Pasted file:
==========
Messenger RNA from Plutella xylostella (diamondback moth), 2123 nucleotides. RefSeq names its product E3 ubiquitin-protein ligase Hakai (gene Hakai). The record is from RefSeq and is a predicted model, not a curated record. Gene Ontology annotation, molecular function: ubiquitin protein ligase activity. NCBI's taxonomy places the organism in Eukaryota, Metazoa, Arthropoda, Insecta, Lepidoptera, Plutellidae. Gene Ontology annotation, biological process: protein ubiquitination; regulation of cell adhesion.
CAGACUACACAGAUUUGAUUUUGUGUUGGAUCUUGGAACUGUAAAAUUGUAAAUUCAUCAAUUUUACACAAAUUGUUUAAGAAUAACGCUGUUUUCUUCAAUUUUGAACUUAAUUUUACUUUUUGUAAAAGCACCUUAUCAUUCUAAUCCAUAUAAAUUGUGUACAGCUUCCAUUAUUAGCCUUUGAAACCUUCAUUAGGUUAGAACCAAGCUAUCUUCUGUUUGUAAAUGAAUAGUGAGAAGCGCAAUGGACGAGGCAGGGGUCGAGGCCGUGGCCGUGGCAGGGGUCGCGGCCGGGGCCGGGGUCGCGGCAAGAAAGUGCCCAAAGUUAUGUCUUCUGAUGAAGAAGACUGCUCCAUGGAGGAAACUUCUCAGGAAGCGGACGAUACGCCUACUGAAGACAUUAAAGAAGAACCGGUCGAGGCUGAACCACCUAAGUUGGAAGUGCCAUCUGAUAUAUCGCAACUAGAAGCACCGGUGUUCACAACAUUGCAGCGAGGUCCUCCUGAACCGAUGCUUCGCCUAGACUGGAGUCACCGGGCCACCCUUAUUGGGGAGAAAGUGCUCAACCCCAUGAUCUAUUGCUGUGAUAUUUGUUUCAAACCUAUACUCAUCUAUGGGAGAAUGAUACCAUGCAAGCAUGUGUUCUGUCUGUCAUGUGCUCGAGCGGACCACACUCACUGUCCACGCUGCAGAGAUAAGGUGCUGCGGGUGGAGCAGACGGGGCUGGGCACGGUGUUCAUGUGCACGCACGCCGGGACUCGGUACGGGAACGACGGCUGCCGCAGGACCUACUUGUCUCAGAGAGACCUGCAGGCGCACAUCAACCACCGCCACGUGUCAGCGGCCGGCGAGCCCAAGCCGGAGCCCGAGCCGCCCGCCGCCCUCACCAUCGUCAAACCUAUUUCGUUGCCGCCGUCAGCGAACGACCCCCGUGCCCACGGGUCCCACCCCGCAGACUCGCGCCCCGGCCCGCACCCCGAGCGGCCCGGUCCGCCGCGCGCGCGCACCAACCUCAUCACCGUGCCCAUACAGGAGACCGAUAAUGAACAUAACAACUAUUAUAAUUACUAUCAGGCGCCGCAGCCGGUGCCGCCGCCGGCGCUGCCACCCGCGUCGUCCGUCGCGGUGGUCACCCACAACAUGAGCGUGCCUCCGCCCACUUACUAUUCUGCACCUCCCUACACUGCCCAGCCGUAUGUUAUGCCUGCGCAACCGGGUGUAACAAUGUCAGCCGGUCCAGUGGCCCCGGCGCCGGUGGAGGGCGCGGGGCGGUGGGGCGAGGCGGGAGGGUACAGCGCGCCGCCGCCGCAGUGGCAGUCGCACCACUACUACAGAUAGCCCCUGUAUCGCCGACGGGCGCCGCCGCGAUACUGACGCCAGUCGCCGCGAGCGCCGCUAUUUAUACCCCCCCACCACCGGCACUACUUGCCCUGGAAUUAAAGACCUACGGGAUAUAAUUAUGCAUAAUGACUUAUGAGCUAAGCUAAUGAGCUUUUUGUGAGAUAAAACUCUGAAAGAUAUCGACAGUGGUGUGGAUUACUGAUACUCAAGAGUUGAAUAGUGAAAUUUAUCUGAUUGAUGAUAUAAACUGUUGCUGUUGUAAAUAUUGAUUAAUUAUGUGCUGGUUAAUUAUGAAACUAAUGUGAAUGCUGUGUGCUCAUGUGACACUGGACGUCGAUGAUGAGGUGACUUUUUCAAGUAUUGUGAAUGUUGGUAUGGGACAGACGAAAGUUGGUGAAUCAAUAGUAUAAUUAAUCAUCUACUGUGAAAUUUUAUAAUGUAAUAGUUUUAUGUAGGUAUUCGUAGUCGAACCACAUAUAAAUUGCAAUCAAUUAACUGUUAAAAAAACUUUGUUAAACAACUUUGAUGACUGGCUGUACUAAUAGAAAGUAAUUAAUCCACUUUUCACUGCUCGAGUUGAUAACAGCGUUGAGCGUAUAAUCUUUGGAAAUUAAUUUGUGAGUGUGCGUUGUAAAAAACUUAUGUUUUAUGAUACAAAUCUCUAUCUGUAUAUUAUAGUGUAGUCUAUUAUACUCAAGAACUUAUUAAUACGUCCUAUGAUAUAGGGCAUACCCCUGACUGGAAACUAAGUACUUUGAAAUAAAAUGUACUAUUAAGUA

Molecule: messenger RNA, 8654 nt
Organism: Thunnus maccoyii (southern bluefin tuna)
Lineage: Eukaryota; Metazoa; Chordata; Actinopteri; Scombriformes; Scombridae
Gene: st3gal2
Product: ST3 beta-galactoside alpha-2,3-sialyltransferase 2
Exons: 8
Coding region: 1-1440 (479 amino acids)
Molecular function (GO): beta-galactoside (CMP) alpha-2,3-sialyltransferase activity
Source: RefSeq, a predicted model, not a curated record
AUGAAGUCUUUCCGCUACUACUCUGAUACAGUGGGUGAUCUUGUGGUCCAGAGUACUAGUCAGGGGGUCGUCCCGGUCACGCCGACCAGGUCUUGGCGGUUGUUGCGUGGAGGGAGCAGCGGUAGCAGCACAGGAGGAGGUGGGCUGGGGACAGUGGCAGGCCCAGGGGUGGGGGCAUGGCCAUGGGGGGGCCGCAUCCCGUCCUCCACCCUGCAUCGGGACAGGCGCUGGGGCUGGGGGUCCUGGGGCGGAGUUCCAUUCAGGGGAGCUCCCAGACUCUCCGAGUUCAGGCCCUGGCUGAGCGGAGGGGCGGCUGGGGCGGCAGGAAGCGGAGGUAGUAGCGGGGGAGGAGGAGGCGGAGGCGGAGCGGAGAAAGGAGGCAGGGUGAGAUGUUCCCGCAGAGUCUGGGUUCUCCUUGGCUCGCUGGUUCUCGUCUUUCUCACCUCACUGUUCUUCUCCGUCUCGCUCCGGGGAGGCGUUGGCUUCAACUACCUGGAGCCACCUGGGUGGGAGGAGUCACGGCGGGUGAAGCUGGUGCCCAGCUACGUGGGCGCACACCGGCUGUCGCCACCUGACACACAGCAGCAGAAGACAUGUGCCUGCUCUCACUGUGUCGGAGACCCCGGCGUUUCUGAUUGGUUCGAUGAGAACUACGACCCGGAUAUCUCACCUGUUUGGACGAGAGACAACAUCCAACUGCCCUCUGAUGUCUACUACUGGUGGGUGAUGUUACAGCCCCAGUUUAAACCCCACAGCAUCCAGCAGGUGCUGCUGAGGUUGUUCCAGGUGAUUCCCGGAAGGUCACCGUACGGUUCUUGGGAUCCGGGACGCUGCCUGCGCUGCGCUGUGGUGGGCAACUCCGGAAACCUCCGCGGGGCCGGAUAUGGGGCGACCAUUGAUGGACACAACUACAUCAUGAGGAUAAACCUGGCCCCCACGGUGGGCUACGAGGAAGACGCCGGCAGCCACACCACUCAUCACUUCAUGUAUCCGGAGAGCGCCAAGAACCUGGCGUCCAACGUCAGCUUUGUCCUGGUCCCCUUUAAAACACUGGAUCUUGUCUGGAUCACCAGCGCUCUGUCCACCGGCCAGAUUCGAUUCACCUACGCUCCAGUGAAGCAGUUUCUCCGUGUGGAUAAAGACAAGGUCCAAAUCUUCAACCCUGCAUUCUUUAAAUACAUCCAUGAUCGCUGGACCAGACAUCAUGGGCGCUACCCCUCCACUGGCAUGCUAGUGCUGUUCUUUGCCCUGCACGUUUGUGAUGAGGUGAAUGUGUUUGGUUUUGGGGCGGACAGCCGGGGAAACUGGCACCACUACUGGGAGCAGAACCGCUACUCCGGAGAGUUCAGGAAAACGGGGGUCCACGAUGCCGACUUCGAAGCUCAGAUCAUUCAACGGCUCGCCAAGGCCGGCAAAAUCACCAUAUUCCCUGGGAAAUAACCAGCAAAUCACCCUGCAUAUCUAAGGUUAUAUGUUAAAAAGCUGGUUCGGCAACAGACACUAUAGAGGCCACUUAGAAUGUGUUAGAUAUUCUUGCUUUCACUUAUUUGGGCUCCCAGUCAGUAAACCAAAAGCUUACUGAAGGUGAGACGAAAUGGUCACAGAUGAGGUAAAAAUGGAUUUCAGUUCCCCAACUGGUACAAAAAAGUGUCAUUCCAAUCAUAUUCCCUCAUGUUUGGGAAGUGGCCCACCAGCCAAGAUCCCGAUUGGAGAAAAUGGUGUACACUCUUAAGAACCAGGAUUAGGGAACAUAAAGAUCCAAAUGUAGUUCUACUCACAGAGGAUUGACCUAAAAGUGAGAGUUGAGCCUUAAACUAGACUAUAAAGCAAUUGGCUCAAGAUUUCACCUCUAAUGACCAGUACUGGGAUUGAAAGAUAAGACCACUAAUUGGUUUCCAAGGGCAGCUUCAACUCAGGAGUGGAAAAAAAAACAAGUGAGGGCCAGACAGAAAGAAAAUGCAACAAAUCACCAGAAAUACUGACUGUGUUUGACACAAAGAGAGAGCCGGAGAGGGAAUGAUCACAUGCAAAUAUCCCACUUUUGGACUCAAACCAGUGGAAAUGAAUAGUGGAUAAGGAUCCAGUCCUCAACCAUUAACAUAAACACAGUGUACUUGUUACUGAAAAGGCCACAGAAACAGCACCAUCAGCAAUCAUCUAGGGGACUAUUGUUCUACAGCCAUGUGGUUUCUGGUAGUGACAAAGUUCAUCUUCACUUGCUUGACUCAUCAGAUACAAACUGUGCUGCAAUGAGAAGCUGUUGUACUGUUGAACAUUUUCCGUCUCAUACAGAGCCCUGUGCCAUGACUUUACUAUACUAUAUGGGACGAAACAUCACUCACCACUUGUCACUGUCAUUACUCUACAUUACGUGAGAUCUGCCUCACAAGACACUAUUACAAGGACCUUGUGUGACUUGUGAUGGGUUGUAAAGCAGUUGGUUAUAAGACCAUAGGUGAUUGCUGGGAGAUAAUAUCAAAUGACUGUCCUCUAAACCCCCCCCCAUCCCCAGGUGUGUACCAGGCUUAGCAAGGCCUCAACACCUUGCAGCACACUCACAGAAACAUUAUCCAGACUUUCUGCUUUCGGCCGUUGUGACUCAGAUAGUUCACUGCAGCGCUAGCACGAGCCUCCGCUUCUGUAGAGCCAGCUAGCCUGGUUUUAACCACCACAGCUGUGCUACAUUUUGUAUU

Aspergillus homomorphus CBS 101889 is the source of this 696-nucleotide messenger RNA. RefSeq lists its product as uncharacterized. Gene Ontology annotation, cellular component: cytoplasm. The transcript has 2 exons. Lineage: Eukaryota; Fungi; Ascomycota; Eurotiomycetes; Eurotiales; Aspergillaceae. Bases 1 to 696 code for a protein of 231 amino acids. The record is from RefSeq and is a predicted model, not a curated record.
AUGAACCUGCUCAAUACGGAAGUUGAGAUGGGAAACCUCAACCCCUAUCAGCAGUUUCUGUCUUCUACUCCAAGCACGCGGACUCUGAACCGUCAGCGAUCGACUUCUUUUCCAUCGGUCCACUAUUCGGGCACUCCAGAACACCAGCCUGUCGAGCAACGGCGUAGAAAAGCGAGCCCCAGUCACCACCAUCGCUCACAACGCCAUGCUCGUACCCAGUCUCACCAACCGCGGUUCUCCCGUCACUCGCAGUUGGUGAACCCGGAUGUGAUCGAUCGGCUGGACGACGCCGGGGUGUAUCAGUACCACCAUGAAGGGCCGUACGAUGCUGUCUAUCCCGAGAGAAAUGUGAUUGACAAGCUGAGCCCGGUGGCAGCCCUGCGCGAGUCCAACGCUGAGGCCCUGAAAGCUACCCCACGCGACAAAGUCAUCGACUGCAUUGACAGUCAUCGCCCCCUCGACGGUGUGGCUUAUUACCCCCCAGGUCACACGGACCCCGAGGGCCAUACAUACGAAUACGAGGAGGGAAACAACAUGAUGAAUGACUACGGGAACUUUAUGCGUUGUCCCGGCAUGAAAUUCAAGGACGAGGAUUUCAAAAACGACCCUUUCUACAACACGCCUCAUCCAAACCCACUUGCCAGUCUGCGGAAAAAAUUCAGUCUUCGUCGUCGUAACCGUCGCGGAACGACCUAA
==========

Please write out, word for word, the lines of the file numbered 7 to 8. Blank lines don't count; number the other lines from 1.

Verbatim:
Product: ST3 beta-galactoside alpha-2,3-sialyltransferase 2
Exons: 8